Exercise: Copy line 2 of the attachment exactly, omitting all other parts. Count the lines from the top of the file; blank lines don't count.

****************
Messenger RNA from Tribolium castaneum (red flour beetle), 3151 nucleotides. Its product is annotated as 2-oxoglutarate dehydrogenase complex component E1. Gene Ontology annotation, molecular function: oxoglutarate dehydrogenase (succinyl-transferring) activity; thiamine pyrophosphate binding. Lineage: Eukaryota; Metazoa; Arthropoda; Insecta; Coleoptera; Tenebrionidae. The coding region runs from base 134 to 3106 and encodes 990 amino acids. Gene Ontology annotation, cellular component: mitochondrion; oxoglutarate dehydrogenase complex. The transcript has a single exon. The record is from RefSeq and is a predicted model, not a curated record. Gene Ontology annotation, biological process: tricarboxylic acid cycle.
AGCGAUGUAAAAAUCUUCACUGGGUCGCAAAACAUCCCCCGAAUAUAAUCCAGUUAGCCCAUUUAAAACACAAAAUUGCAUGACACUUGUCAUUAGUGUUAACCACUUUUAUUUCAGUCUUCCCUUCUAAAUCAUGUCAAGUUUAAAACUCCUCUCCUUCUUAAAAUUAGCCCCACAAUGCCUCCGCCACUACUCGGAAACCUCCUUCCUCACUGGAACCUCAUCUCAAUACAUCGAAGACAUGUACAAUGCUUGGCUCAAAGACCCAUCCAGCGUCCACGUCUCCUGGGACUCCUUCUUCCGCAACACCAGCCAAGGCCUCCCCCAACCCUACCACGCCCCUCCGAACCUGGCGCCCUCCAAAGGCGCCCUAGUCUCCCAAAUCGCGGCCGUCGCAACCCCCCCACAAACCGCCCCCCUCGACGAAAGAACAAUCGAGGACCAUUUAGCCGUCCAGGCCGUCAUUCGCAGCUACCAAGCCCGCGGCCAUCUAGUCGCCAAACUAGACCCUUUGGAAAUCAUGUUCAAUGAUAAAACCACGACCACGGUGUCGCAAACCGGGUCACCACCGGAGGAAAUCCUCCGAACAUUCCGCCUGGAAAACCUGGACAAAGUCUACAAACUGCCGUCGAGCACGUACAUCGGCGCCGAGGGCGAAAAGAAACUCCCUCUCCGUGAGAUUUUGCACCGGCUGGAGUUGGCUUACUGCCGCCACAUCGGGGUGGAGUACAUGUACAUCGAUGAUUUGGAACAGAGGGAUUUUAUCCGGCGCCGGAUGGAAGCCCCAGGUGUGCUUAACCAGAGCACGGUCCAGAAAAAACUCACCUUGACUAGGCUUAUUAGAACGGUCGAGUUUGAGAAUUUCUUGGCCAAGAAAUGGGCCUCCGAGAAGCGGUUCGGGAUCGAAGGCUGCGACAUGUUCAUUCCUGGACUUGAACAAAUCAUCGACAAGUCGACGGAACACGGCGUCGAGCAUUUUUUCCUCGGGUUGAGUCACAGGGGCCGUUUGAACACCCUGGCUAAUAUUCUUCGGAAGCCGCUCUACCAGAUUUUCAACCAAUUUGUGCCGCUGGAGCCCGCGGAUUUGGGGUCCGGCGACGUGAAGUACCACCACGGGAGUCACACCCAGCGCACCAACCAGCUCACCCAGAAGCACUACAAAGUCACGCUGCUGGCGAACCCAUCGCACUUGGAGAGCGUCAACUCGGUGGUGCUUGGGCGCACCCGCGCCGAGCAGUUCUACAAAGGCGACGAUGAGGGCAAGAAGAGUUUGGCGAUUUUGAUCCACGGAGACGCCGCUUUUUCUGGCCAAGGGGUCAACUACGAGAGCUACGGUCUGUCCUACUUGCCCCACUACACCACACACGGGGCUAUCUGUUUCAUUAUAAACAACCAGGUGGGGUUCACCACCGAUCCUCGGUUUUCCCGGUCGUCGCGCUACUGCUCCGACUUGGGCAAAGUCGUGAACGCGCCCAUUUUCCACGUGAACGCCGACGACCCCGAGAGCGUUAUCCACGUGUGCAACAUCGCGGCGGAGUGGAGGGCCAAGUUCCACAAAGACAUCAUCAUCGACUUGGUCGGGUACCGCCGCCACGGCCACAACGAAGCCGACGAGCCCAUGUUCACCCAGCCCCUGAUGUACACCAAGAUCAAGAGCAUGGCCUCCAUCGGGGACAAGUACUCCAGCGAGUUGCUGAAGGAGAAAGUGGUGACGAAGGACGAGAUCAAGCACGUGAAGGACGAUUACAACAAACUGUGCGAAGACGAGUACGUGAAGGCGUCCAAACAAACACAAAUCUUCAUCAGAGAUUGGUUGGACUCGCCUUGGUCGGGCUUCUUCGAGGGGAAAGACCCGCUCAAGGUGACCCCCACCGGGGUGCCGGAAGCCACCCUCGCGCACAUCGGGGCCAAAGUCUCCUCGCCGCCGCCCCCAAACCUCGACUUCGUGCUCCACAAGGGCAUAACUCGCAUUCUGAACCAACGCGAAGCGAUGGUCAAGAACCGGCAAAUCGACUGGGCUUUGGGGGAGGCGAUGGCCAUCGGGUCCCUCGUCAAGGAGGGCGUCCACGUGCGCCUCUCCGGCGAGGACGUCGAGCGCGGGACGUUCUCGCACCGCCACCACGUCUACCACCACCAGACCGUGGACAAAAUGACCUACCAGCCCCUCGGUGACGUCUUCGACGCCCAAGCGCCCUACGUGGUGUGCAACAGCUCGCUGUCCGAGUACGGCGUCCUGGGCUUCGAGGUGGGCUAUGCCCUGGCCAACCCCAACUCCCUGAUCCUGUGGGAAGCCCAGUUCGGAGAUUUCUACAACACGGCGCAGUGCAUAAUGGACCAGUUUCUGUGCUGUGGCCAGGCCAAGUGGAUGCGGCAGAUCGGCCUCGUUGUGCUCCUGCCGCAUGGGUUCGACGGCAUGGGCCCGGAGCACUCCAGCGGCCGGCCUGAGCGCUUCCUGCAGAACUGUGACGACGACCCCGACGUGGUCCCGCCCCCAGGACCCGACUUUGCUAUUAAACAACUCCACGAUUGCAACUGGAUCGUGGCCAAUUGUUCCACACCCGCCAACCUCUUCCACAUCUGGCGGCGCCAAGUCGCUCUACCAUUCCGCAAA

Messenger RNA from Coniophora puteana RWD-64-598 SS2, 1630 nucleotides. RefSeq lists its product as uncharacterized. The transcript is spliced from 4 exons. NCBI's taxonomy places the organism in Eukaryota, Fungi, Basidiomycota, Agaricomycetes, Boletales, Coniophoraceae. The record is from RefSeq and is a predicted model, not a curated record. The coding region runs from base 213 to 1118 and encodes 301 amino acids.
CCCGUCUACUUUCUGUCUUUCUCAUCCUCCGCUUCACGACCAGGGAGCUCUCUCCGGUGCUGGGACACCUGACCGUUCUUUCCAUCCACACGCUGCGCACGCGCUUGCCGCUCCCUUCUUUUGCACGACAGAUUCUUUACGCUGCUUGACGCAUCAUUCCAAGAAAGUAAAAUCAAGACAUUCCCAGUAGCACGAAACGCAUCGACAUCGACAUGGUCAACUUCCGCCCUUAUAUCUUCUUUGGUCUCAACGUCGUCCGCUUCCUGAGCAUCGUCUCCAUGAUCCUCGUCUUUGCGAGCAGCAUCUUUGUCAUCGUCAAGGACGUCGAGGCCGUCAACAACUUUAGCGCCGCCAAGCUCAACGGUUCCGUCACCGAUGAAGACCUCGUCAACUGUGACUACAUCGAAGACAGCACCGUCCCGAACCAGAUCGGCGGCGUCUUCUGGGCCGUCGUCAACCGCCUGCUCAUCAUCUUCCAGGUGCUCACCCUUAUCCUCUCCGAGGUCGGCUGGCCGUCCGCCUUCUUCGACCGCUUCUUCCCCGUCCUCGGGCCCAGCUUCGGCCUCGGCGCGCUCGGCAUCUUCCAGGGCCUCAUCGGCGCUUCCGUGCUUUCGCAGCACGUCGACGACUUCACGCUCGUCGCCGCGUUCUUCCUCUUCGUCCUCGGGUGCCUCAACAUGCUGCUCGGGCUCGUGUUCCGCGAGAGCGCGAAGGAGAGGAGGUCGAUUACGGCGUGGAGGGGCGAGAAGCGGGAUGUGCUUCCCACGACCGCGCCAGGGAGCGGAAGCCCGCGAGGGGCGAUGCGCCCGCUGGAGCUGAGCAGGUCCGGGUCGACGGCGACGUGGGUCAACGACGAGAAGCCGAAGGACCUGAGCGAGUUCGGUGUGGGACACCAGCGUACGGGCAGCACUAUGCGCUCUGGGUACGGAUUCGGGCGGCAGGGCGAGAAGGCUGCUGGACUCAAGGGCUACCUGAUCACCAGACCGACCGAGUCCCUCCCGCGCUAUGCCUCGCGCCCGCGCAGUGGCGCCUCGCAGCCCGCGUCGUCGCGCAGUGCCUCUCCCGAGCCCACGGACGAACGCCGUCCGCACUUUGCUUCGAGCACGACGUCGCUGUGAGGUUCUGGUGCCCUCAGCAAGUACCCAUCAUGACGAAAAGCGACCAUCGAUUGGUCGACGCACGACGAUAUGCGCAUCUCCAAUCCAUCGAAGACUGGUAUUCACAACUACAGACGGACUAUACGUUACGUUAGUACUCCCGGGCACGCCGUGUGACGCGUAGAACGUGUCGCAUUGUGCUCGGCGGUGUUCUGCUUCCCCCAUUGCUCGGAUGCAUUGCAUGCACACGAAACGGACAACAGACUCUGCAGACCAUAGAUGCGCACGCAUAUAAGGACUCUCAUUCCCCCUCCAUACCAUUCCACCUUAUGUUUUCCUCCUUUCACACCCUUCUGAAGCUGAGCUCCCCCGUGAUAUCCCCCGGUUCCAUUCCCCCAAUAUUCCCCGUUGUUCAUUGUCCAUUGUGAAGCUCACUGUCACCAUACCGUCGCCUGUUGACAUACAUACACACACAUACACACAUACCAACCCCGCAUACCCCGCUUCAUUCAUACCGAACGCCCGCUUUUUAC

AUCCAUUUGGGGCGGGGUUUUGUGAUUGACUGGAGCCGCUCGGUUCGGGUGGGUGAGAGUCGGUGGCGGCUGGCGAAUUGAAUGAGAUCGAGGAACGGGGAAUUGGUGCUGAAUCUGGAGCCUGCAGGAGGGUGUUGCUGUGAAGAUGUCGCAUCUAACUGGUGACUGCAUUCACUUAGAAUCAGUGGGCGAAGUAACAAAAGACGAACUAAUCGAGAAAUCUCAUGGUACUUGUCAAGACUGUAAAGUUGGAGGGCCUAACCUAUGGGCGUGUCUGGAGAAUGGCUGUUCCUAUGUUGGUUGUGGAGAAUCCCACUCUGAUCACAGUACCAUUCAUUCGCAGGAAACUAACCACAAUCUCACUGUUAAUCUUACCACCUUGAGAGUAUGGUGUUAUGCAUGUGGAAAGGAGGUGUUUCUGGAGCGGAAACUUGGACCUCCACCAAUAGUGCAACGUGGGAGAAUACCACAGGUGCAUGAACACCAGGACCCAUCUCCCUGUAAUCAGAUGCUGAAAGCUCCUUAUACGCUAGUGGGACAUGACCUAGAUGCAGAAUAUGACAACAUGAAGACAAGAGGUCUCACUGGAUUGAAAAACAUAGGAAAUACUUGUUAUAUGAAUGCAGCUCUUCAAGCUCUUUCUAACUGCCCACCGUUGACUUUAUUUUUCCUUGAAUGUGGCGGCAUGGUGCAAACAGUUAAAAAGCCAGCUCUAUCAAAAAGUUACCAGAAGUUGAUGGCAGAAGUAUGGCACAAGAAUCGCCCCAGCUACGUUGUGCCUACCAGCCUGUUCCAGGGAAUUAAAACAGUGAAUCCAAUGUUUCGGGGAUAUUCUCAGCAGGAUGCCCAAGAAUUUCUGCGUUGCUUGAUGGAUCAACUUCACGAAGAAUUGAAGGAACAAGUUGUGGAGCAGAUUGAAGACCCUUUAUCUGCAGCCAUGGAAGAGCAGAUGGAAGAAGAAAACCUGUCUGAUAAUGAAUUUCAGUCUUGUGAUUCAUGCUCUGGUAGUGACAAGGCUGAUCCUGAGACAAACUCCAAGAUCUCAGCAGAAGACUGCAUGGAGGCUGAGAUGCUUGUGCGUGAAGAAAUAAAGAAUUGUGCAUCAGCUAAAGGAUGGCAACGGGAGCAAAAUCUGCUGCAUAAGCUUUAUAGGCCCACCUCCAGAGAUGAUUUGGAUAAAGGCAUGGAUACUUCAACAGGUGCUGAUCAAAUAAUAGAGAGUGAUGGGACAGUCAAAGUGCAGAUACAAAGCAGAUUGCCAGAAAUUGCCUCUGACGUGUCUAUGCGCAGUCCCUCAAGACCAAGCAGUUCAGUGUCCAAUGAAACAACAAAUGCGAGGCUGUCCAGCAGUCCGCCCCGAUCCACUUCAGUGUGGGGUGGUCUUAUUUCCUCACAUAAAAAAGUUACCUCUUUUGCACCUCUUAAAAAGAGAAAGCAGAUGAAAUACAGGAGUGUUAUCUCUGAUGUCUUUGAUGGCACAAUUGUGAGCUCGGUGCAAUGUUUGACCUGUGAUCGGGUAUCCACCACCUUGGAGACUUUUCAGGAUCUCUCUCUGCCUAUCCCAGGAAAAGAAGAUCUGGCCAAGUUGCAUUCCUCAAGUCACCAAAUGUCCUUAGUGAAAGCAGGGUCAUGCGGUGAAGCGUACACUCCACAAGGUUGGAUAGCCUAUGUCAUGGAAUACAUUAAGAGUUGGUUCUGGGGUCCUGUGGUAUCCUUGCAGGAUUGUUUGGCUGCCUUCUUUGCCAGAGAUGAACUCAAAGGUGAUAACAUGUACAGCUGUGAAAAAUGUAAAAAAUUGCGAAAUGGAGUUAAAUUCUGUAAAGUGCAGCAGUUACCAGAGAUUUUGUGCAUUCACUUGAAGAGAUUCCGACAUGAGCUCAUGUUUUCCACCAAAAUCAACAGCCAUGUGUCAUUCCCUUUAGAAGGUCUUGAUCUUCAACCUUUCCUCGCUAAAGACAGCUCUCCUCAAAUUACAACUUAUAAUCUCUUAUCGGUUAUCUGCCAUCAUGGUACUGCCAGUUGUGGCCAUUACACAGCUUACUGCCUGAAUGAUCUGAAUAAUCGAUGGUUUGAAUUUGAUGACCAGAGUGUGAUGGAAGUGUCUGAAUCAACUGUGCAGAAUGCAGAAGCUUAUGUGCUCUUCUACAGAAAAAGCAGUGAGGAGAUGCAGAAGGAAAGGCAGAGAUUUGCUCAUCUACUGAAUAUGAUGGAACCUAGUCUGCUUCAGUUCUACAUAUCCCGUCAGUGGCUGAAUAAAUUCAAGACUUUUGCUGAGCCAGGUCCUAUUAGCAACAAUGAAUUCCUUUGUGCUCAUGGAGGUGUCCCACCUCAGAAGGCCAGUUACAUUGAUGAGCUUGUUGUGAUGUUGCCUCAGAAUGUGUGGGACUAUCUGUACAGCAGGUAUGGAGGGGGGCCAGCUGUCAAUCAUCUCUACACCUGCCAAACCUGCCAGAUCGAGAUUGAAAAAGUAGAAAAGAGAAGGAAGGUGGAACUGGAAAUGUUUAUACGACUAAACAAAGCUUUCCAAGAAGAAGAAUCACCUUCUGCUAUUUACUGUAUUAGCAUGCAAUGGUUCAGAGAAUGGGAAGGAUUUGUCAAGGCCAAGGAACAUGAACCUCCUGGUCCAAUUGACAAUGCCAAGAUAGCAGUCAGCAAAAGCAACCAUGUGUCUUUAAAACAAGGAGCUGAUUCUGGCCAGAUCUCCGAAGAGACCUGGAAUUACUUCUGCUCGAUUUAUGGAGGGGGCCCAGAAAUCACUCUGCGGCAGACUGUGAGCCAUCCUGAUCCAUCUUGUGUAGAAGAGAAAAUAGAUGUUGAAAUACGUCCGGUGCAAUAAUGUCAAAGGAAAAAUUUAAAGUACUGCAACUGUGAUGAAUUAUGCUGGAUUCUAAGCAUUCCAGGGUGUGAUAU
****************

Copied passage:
AGCGAUGUAAAAAUCUUCACUGGGUCGCAAAACAUCCCCCGAAUAUAAUCCAGUUAGCCCAUUUAAAACACAAAAUUGCAUGACACUUGUCAUUAGUGUUAACCACUUUUAUUUCAGUCUUCCCUUCUAAAUCAUGUCAAGUUUAAAACUCCUCUCCUUCUUAAAAUUAGCCCCACAAUGCCUCCGCCACUACUCGGAAACCUCCUUCCUCACUGGAACCUCAUCUCAAUACAUCGAAGACAUGUACAAUGCUUGGCUCAAAGACCCAUCCAGCGUCCACGUCUCCUGGGACUCCUUCUUCCGCAACACCAGCCAAGGCCUCCCCCAACCCUACCACGCCCCUCCGAACCUGGCGCCCUCCAAAGGCGCCCUAGUCUCCCAAAUCGCGGCCGUCGCAACCCCCCCACAAACCGCCCCCCUCGACGAAAGAACAAUCGAGGACCAUUUAGCCGUCCAGGCCGUCAUUCGCAGCUACCAAGCCCGCGGCCAUCUAGUCGCCAAACUAGACCCUUUGGAAAUCAUGUUCAAUGAUAAAACCACGACCACGGUGUCGCAAACCGGGUCACCACCGGAGGAAAUCCUCCGAACAUUCCGCCUGGAAAACCUGGACAAAGUCUACAAACUGCCGUCGAGCACGUACAUCGGCGCCGAGGGCGAAAAGAAACUCCCUCUCCGUGAGAUUUUGCACCGGCUGGAGUUGGCUUACUGCCGCCACAUCGGGGUGGAGUACAUGUACAUCGAUGAUUUGGAACAGAGGGAUUUUAUCCGGCGCCGGAUGGAAGCCCCAGGUGUGCUUAACCAGAGCACGGUCCAGAAAAAACUCACCUUGACUAGGCUUAUUAGAACGGUCGAGUUUGAGAAUUUCUUGGCCAAGAAAUGGGCCUCCGAGAAGCGGUUCGGGAUCGAAGGCUGCGACAUGUUCAUUCCUGGACUUGAACAAAUCAUCGACAAGUCGACGGAACACGGCGUCGAGCAUUUUUUCCUCGGGUUGAGUCACAGGGGCCGUUUGAACACCCUGGCUAAUAUUCUUCGGAAGCCGCUCUACCAGAUUUUCAACCAAUUUGUGCCGCUGGAGCCCGCGGAUUUGGGGUCCGGCGACGUGAAGUACCACCACGGGAGUCACACCCAGCGCACCAACCAGCUCACCCAGAAGCACUACAAAGUCACGCUGCUGGCGAACCCAUCGCACUUGGAGAGCGUCAACUCGGUGGUGCUUGGGCGCACCCGCGCCGAGCAGUUCUACAAAGGCGACGAUGAGGGCAAGAAGAGUUUGGCGAUUUUGAUCCACGGAGACGCCGCUUUUUCUGGCCAAGGGGUCAACUACGAGAGCUACGGUCUGUCCUACUUGCCCCACUACACCACACACGGGGCUAUCUGUUUCAUUAUAAACAACCAGGUGGGGUUCACCACCGAUCCUCGGUUUUCCCGGUCGUCGCGCUACUGCUCCGACUUGGGCAAAGUCGUGAACGCGCCCAUUUUCCACGUGAACGCCGACGACCCCGAGAGCGUUAUCCACGUGUGCAACAUCGCGGCGGAGUGGAGGGCCAAGUUCCACAAAGACAUCAUCAUCGACUUGGUCGGGUACCGCCGCCACGGCCACAACGAAGCCGACGAGCCCAUGUUCACCCAGCCCCUGAUGUACACCAAGAUCAAGAGCAUGGCCUCCAUCGGGGACAAGUACUCCAGCGAGUUGCUGAAGGAGAAAGUGGUGACGAAGGACGAGAUCAAGCACGUGAAGGACGAUUACAACAAACUGUGCGAAGACGAGUACGUGAAGGCGUCCAAACAAACACAAAUCUUCAUCAGAGAUUGGUUGGACUCGCCUUGGUCGGGCUUCUUCGAGGGGAAAGACCCGCUCAAGGUGACCCCCACCGGGGUGCCGGAAGCCACCCUCGCGCACAUCGGGGCCAAAGUCUCCUCGCCGCCGCCCCCAAACCUCGACUUCGUGCUCCACAAGGGCAUAACUCGCAUUCUGAACCAACGCGAAGCGAUGGUCAAGAACCGGCAAAUCGACUGGGCUUUGGGGGAGGCGAUGGCCAUCGGGUCCCUCGUCAAGGAGGGCGUCCACGUGCGCCUCUCCGGCGAGGACGUCGAGCGCGGGACGUUCUCGCACCGCCACCACGUCUACCACCACCAGACCGUGGACAAAAUGACCUACCAGCCCCUCGGUGACGUCUUCGACGCCCAAGCGCCCUACGUGGUGUGCAACAGCUCGCUGUCCGAGUACGGCGUCCUGGGCUUCGAGGUGGGCUAUGCCCUGGCCAACCCCAACUCCCUGAUCCUGUGGGAAGCCCAGUUCGGAGAUUUCUACAACACGGCGCAGUGCAUAAUGGACCAGUUUCUGUGCUGUGGCCAGGCCAAGUGGAUGCGGCAGAUCGGCCUCGUUGUGCUCCUGCCGCAUGGGUUCGACGGCAUGGGCCCGGAGCACUCCAGCGGCCGGCCUGAGCGCUUCCUGCAGAACUGUGACGACGACCCCGACGUGGUCCCGCCCCCAGGACCCGACUUUGCUAUUAAACAACUCCACGAUUGCAACUGGAUCGUGGCCAAUUGUUCCACACCCGCCAACCUCUUCCACAUCUGGCGGCGCCAAGUCGCUCUACCAUUCCGCAAA